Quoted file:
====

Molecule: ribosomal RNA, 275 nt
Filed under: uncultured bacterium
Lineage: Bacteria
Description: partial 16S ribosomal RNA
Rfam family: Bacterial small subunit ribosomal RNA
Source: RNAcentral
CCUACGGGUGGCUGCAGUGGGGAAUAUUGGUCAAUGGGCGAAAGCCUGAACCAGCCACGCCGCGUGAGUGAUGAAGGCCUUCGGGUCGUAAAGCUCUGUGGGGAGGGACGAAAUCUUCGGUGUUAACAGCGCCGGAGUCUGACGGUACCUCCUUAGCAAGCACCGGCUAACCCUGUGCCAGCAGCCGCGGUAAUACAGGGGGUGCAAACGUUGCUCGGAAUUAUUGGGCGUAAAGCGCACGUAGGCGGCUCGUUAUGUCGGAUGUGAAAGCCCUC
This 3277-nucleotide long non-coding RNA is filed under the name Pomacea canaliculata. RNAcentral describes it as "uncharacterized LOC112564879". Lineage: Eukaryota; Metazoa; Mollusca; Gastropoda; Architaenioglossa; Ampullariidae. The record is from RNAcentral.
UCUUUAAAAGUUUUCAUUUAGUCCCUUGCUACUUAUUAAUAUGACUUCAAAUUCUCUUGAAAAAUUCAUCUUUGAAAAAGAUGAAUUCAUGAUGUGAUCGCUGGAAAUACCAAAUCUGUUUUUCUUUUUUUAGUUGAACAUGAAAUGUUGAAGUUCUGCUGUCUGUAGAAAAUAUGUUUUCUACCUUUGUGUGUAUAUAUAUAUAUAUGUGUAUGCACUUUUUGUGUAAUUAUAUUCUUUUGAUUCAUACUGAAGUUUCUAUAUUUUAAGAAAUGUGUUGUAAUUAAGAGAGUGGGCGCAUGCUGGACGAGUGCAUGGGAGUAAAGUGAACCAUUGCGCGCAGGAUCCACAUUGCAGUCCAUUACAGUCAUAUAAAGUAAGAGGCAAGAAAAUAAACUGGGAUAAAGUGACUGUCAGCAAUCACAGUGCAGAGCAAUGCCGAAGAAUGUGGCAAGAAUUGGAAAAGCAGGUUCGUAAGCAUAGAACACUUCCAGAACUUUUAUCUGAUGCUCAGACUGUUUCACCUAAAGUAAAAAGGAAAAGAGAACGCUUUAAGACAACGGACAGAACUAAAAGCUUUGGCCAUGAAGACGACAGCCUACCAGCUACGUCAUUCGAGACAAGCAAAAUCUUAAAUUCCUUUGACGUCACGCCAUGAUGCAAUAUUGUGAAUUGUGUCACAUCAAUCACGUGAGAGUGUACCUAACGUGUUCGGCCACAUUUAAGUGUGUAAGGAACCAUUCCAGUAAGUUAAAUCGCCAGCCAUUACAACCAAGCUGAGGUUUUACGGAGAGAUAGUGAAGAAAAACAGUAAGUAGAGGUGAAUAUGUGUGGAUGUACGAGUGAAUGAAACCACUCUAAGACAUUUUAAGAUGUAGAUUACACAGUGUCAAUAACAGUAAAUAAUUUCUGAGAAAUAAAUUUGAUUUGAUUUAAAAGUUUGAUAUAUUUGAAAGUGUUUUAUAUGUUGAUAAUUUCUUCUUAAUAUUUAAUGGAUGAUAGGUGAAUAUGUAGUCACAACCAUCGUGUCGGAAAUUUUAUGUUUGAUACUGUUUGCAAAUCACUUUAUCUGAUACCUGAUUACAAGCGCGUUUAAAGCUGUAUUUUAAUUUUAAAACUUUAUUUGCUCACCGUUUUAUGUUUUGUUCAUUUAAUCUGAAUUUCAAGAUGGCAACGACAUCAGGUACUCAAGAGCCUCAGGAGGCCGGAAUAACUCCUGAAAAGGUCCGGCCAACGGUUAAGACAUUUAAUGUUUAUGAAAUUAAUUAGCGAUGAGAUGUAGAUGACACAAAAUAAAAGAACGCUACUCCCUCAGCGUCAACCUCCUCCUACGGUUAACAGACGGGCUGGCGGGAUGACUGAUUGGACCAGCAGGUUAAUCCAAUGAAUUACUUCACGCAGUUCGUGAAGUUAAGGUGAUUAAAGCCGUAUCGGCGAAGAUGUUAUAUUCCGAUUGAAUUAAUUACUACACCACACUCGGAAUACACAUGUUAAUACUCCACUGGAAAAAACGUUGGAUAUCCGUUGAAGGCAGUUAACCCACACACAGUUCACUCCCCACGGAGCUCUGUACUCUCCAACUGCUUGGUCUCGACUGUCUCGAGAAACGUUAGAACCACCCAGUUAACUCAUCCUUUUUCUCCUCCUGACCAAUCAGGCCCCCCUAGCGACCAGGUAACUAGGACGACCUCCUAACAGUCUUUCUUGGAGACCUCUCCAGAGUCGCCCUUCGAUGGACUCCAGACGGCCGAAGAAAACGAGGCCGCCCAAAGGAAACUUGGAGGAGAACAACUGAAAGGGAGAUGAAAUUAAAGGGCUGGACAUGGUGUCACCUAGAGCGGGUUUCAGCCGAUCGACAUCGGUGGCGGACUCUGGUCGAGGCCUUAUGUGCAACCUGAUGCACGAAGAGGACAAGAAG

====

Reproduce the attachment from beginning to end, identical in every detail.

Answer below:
Molecule: ribosomal RNA, 275 nt
Filed under: uncultured bacterium
Lineage: Bacteria
Description: partial 16S ribosomal RNA
Rfam family: Bacterial small subunit ribosomal RNA
Source: RNAcentral
CCUACGGGUGGCUGCAGUGGGGAAUAUUGGUCAAUGGGCGAAAGCCUGAACCAGCCACGCCGCGUGAGUGAUGAAGGCCUUCGGGUCGUAAAGCUCUGUGGGGAGGGACGAAAUCUUCGGUGUUAACAGCGCCGGAGUCUGACGGUACCUCCUUAGCAAGCACCGGCUAACCCUGUGCCAGCAGCCGCGGUAAUACAGGGGGUGCAAACGUUGCUCGGAAUUAUUGGGCGUAAAGCGCACGUAGGCGGCUCGUUAUGUCGGAUGUGAAAGCCCUC
This 3277-nucleotide long non-coding RNA is filed under the name Pomacea canaliculata. RNAcentral describes it as "uncharacterized LOC112564879". Lineage: Eukaryota; Metazoa; Mollusca; Gastropoda; Architaenioglossa; Ampullariidae. The record is from RNAcentral.
UCUUUAAAAGUUUUCAUUUAGUCCCUUGCUACUUAUUAAUAUGACUUCAAAUUCUCUUGAAAAAUUCAUCUUUGAAAAAGAUGAAUUCAUGAUGUGAUCGCUGGAAAUACCAAAUCUGUUUUUCUUUUUUUAGUUGAACAUGAAAUGUUGAAGUUCUGCUGUCUGUAGAAAAUAUGUUUUCUACCUUUGUGUGUAUAUAUAUAUAUAUGUGUAUGCACUUUUUGUGUAAUUAUAUUCUUUUGAUUCAUACUGAAGUUUCUAUAUUUUAAGAAAUGUGUUGUAAUUAAGAGAGUGGGCGCAUGCUGGACGAGUGCAUGGGAGUAAAGUGAACCAUUGCGCGCAGGAUCCACAUUGCAGUCCAUUACAGUCAUAUAAAGUAAGAGGCAAGAAAAUAAACUGGGAUAAAGUGACUGUCAGCAAUCACAGUGCAGAGCAAUGCCGAAGAAUGUGGCAAGAAUUGGAAAAGCAGGUUCGUAAGCAUAGAACACUUCCAGAACUUUUAUCUGAUGCUCAGACUGUUUCACCUAAAGUAAAAAGGAAAAGAGAACGCUUUAAGACAACGGACAGAACUAAAAGCUUUGGCCAUGAAGACGACAGCCUACCAGCUACGUCAUUCGAGACAAGCAAAAUCUUAAAUUCCUUUGACGUCACGCCAUGAUGCAAUAUUGUGAAUUGUGUCACAUCAAUCACGUGAGAGUGUACCUAACGUGUUCGGCCACAUUUAAGUGUGUAAGGAACCAUUCCAGUAAGUUAAAUCGCCAGCCAUUACAACCAAGCUGAGGUUUUACGGAGAGAUAGUGAAGAAAAACAGUAAGUAGAGGUGAAUAUGUGUGGAUGUACGAGUGAAUGAAACCACUCUAAGACAUUUUAAGAUGUAGAUUACACAGUGUCAAUAACAGUAAAUAAUUUCUGAGAAAUAAAUUUGAUUUGAUUUAAAAGUUUGAUAUAUUUGAAAGUGUUUUAUAUGUUGAUAAUUUCUUCUUAAUAUUUAAUGGAUGAUAGGUGAAUAUGUAGUCACAACCAUCGUGUCGGAAAUUUUAUGUUUGAUACUGUUUGCAAAUCACUUUAUCUGAUACCUGAUUACAAGCGCGUUUAAAGCUGUAUUUUAAUUUUAAAACUUUAUUUGCUCACCGUUUUAUGUUUUGUUCAUUUAAUCUGAAUUUCAAGAUGGCAACGACAUCAGGUACUCAAGAGCCUCAGGAGGCCGGAAUAACUCCUGAAAAGGUCCGGCCAACGGUUAAGACAUUUAAUGUUUAUGAAAUUAAUUAGCGAUGAGAUGUAGAUGACACAAAAUAAAAGAACGCUACUCCCUCAGCGUCAACCUCCUCCUACGGUUAACAGACGGGCUGGCGGGAUGACUGAUUGGACCAGCAGGUUAAUCCAAUGAAUUACUUCACGCAGUUCGUGAAGUUAAGGUGAUUAAAGCCGUAUCGGCGAAGAUGUUAUAUUCCGAUUGAAUUAAUUACUACACCACACUCGGAAUACACAUGUUAAUACUCCACUGGAAAAAACGUUGGAUAUCCGUUGAAGGCAGUUAACCCACACACAGUUCACUCCCCACGGAGCUCUGUACUCUCCAACUGCUUGGUCUCGACUGUCUCGAGAAACGUUAGAACCACCCAGUUAACUCAUCCUUUUUCUCCUCCUGACCAAUCAGGCCCCCCUAGCGACCAGGUAACUAGGACGACCUCCUAACAGUCUUUCUUGGAGACCUCUCCAGAGUCGCCCUUCGAUGGACUCCAGACGGCCGAAGAAAACGAGGCCGCCCAAAGGAAACUUGGAGGAGAACAACUGAAAGGGAGAUGAAAUUAAAGGGCUGGACAUGGUGUCACCUAGAGCGGGUUUCAGCCGAUCGACAUCGGUGGCGGACUCUGGUCGAGGCCUUAUGUGCAACCUGAUGCACGAAGAGGACAAGAAG